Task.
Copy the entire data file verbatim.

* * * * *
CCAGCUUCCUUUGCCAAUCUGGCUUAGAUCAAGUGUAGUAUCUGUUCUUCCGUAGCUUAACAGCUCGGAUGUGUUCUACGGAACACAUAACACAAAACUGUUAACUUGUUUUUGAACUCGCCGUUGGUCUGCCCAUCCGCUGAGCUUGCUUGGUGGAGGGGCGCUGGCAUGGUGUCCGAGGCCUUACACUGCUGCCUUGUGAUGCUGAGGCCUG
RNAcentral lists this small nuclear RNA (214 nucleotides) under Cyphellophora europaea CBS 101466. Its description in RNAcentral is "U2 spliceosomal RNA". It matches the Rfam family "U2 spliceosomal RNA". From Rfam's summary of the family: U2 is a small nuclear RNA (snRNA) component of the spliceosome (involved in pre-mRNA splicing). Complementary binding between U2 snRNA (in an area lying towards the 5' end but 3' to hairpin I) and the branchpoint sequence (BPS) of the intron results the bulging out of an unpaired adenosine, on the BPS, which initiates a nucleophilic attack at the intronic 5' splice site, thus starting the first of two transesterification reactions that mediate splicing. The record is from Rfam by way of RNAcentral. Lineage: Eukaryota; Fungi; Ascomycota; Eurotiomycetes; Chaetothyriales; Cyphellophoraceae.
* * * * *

CCAGCUUCCUUUGCCAAUCUGGCUUAGAUCAAGUGUAGUAUCUGUUCUUCCGUAGCUUAACAGCUCGGAUGUGUUCUACGGAACACAUAACACAAAACUGUUAACUUGUUUUUGAACUCGCCGUUGGUCUGCCCAUCCGCUGAGCUUGCUUGGUGGAGGGGCGCUGGCAUGGUGUCCGAGGCCUUACACUGCUGCCUUGUGAUGCUGAGGCCUG
RNAcentral lists this small nuclear RNA (214 nucleotides) under Cyphellophora europaea CBS 101466. Its description in RNAcentral is "U2 spliceosomal RNA". It matches the Rfam family "U2 spliceosomal RNA". From Rfam's summary of the family: U2 is a small nuclear RNA (snRNA) component of the spliceosome (involved in pre-mRNA splicing). Complementary binding between U2 snRNA (in an area lying towards the 5' end but 3' to hairpin I) and the branchpoint sequence (BPS) of the intron results the bulging out of an unpaired adenosine, on the BPS, which initiates a nucleophilic attack at the intronic 5' splice site, thus starting the first of two transesterification reactions that mediate splicing. The record is from Rfam by way of RNAcentral. Lineage: Eukaryota; Fungi; Ascomycota; Eurotiomycetes; Chaetothyriales; Cyphellophoraceae.